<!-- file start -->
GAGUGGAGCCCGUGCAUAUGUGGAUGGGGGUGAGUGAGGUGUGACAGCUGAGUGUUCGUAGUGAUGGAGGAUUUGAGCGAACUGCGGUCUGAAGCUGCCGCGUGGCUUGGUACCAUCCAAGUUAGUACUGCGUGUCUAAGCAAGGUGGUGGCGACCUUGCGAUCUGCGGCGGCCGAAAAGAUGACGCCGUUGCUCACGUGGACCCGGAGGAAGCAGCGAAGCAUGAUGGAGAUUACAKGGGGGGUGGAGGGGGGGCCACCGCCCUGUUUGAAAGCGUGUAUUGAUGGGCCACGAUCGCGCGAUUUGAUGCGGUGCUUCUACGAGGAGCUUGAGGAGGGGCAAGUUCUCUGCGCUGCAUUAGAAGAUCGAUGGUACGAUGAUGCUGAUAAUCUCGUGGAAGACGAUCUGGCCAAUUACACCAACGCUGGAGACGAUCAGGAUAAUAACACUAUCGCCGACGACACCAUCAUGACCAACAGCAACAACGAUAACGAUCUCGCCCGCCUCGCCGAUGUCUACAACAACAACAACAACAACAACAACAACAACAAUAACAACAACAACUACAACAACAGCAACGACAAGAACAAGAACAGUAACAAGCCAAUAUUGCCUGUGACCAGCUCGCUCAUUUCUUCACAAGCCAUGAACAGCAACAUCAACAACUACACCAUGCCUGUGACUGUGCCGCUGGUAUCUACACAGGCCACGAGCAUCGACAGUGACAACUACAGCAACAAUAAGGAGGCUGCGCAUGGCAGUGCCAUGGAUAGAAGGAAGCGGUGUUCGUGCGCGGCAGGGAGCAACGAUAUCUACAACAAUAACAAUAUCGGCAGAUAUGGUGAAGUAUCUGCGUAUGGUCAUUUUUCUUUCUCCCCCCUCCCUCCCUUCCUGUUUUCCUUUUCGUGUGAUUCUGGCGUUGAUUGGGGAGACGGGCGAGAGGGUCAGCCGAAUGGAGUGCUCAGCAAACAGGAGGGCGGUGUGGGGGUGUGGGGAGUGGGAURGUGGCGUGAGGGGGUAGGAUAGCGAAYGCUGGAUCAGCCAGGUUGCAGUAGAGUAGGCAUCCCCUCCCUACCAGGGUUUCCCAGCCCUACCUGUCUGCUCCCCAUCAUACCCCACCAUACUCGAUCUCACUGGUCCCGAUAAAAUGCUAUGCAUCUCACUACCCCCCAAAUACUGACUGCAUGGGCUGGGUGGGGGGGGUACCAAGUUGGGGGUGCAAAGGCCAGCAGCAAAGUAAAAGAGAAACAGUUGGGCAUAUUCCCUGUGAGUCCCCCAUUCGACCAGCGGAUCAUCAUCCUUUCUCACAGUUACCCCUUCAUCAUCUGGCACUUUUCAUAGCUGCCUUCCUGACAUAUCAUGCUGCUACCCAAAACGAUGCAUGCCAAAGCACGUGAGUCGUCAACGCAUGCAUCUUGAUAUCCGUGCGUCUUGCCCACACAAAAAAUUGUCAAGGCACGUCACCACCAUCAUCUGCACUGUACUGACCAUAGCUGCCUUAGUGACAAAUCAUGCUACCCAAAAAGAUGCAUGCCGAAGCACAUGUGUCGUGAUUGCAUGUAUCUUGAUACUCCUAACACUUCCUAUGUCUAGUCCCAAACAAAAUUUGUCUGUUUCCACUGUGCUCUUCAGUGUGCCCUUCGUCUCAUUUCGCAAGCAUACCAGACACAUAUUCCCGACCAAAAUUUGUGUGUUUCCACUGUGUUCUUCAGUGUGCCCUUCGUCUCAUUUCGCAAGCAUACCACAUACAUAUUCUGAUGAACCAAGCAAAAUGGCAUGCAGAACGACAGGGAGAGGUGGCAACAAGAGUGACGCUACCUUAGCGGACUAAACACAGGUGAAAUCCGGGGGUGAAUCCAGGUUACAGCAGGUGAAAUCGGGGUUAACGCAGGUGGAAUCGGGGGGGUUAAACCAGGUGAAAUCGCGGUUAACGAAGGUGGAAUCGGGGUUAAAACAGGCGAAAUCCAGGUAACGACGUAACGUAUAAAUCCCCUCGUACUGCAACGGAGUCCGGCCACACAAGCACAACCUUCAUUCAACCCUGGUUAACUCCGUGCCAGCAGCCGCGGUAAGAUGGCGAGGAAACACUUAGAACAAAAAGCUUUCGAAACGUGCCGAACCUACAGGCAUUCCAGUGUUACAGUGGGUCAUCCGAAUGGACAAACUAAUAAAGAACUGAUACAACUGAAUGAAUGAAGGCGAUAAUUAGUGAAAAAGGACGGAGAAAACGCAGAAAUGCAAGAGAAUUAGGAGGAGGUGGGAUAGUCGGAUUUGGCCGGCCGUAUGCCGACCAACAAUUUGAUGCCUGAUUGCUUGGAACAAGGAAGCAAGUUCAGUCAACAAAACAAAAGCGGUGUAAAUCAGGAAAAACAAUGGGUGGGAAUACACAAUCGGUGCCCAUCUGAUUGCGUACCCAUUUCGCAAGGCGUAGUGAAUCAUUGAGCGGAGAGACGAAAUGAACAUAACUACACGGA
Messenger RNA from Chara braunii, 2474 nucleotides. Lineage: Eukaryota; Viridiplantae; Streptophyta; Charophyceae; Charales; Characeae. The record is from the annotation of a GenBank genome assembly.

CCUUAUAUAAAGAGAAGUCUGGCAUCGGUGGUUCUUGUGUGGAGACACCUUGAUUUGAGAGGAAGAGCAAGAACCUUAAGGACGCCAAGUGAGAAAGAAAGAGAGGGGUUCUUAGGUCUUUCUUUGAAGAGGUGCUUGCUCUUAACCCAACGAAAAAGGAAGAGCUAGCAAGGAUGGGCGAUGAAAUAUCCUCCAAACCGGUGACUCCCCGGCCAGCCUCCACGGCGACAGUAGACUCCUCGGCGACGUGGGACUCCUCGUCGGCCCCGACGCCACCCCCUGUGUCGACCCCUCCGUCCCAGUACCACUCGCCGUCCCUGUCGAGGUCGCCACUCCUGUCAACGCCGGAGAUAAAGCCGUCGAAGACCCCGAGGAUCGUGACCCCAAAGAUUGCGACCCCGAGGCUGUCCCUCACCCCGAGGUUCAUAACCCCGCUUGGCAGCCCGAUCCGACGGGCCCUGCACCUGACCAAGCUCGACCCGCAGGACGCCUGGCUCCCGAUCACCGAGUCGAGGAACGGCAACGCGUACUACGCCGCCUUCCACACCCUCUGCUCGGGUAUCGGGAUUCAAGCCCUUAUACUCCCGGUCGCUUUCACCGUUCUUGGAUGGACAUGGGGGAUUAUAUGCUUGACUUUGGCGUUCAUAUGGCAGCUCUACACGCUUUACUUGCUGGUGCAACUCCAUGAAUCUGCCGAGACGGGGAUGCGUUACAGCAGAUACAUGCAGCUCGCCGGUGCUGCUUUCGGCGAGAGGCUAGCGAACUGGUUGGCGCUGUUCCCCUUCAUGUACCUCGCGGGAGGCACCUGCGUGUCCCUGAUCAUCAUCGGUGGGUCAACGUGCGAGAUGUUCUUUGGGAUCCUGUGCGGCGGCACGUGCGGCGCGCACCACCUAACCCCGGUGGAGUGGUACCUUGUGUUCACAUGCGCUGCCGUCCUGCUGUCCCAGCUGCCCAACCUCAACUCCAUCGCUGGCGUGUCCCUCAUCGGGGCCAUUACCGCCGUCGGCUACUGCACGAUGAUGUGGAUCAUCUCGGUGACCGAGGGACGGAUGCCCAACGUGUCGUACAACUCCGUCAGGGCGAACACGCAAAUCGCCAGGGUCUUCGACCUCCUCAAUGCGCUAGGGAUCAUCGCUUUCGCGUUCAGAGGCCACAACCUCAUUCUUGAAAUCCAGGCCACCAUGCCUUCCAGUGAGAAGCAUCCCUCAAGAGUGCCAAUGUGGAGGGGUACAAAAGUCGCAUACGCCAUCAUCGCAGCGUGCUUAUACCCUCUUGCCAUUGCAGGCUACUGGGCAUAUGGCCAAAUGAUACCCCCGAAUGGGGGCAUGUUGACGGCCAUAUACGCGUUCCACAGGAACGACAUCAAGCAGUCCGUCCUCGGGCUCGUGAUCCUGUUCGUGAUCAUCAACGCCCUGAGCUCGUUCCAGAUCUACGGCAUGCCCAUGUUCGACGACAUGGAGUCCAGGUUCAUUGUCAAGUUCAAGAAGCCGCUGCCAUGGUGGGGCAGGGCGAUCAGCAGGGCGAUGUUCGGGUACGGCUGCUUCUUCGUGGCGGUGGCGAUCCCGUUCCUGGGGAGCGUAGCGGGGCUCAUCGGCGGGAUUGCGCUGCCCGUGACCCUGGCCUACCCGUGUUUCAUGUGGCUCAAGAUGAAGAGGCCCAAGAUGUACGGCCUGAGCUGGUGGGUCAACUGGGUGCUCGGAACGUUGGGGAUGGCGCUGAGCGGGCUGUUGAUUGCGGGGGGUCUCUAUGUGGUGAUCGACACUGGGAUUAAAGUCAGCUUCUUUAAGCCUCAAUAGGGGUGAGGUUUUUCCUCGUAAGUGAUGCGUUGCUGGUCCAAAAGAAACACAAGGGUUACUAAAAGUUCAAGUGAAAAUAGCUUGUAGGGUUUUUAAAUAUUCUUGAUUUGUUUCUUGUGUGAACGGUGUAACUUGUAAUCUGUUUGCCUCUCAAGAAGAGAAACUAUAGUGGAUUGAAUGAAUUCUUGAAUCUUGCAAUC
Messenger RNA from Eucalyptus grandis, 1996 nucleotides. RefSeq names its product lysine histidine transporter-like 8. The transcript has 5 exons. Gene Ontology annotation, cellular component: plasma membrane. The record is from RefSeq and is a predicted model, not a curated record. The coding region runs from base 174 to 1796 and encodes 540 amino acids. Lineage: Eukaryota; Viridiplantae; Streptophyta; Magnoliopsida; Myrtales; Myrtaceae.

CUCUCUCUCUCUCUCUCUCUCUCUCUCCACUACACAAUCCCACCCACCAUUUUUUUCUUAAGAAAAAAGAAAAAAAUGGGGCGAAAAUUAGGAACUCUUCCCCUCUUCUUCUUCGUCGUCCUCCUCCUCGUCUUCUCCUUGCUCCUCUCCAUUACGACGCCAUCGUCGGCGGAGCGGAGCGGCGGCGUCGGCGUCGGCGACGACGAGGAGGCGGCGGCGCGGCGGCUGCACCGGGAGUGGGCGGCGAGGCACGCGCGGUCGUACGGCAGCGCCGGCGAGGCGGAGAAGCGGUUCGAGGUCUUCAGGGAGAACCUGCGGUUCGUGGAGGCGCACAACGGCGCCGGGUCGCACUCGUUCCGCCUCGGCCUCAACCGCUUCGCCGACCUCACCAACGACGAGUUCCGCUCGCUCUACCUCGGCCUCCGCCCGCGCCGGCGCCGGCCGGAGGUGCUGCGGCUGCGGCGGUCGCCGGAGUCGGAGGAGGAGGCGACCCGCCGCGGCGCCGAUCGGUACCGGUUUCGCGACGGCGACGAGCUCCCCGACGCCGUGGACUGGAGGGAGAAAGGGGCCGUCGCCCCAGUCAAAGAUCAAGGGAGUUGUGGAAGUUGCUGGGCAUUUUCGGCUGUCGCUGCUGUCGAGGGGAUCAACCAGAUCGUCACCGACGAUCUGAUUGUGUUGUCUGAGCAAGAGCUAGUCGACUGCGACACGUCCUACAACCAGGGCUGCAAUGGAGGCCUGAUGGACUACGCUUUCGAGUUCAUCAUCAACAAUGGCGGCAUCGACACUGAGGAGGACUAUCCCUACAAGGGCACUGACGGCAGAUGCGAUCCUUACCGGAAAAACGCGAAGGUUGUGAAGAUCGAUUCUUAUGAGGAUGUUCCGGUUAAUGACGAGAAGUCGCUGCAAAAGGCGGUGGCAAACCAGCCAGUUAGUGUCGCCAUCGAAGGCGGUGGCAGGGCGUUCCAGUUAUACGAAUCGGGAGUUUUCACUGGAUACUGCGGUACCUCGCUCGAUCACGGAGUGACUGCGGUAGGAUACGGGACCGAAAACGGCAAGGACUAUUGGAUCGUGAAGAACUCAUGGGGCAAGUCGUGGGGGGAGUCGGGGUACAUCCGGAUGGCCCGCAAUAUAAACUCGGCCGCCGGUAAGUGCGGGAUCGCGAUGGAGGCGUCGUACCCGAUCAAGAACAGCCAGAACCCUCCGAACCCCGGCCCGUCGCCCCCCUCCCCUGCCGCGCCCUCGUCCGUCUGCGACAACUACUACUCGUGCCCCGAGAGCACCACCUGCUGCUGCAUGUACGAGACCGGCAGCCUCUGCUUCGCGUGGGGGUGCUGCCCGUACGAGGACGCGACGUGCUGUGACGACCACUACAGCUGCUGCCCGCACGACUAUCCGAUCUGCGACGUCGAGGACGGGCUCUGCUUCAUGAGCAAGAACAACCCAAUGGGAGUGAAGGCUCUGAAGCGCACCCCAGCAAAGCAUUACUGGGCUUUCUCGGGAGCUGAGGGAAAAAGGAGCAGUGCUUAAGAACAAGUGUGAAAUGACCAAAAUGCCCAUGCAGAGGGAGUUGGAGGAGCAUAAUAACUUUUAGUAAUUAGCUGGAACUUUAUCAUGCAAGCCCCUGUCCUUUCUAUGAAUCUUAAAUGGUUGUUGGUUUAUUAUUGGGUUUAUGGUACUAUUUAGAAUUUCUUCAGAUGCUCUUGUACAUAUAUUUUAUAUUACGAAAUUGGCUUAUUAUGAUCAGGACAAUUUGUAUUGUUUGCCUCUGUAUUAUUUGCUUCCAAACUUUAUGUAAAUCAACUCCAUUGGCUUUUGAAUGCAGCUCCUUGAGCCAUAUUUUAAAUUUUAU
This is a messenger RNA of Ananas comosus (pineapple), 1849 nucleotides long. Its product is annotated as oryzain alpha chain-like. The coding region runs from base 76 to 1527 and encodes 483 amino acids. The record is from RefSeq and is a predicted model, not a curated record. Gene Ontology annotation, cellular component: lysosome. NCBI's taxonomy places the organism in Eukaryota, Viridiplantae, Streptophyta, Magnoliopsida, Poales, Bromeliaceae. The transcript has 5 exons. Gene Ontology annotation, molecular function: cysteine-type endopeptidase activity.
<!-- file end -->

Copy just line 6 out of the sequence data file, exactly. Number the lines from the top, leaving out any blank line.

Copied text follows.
This is a messenger RNA of Ananas comosus (pineapple), 1849 nucleotides long. Its product is annotated as oryzain alpha chain-like. The coding region runs from base 76 to 1527 and encodes 483 amino acids. The record is from RefSeq and is a predicted model, not a curated record. Gene Ontology annotation, cellular component: lysosome. NCBI's taxonomy places the organism in Eukaryota, Viridiplantae, Streptophyta, Magnoliopsida, Poales, Bromeliaceae. The transcript has 5 exons. Gene Ontology annotation, molecular function: cysteine-type endopeptidase activity.